Battle Breconshire Family History Guide

Battle Village
Battle Village A view of Battle village taken from the entrance to Heol-y-Garreg looking towards Pen-y-Crug (331m) – site of an old fort – with Tyrpentre Farm on the right. The copyright on this image is owned by Dave Pinniger and is licensed for reuse under the Creative Commons Attribution-ShareAlike 2.0 license.

Status: Ancient Parish

Parish church: St Cynog

Parish registers begin: Baptisms & Burials 1720; Marriages, 1754

Nonconformists include:

Parishes adjacent to Battle

  • Llanfihangel Nant Bran
  • St John Brecon
  • Aberyscir
  • Llandefaelog-fach
  • Merthyr Cynog

Historical Descriptions

The Imperial Gazetteer of England & Wales 1870

St Cynog's Church, Battle
St Cynog’s Church, Battle. This is the church in Battle village, near Brecon. The copyright on this image is owned by Simon Atkin and is licensed for reuse under the Creative Commons Attribution-ShareAlike 2.0 license.

BATTLE, a parish in the district and county of Brecon; on the river Yscar, 3 miles NW of Brecon r. station. Post Town, Brecon. Acres, 1,544. Real property, £1,398. Pop., 118. Houses, 30. The surface is diversified, and commands fine views. The manor belonged to the priory of Brecon. Here was the scene either of the battle between Robert Fitzhamon and Rhys ap Tudor, or the battle at the invasion of Brecknockshire by Bernard Newmarch. The living is a vicarage in the diocese of St. David. Value, £73. Patron, Col. L. V. Watkins. The church is a low building, situated on an eminence.

Source: The Imperial Gazetteer of England & Wales [Wilson, John M]. A. Fullarton & Co. N. d. c. [1870-72].

Leonard’s Gazetteer of England and Wales 1850

Battle, 2m. N.W. Brecon. P. 176

Source: Leonard’s Gazetteer of England and Wales; Second Edition; C. W. Leonard, London; 1850.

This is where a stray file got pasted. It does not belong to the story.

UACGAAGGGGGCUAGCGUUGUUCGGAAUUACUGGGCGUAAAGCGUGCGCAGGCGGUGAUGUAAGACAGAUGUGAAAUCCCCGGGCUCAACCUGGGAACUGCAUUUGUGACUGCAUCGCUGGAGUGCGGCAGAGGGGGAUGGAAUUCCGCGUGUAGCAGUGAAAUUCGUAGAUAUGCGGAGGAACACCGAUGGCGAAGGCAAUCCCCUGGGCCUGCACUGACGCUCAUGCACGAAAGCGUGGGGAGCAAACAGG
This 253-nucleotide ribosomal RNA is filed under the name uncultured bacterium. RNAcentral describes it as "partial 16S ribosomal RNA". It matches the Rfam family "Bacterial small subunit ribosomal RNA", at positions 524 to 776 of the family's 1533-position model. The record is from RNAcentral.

The Parliamentary Gazetteer of England and Wales 1851

BATTLE, a parish and village in the hund. of Merthyr, county of Brecon, union of Brecknock, South Wales; 3 miles north-east of Brecknock. It stands on the river Eskir, near its confluence with the Usk. Living, a perpetual curacy, in the archd. of Brecon and dio. of St David’s, not in charge, valued at £5 5s.; gross income £73. Patrons, in 1835, the representatives of J. Brown. There are a daily and a Sunday school here. The origin of the name is uncertain. By some it is supposed to have been derived from a battle fought here in which Robert Fitzhamon and Jestyn ap Gwmantslew Rhys ap Tudor, prince of South Wales, or from the invasion of the county of Brecon by Bernard de Newmarch. By others it is thought to be named after Battle in Sussex, where was the mother church of the priory of Brecon. Pop., in 1821, 183; in 1831, 192. Houses 35. A. P. £975. Poor rates, in 1837, £61.

Source: The Parliamentary Gazetteer of England and Wales; A Fullarton & Co. Glasgow; 1851.

Directories

Kelly’s directory of Monmouthshire and South Wales, 1920

Administration

  • County: Breconshire
  • Civil Registration District:
  • Diocese: St. David
  • Rural Deanery: Brecon
  • Poor Law Union: Brecknock
  • Hundred: Merthyr Cynog
  • County Court District: Brecon
  • Area: South Wales
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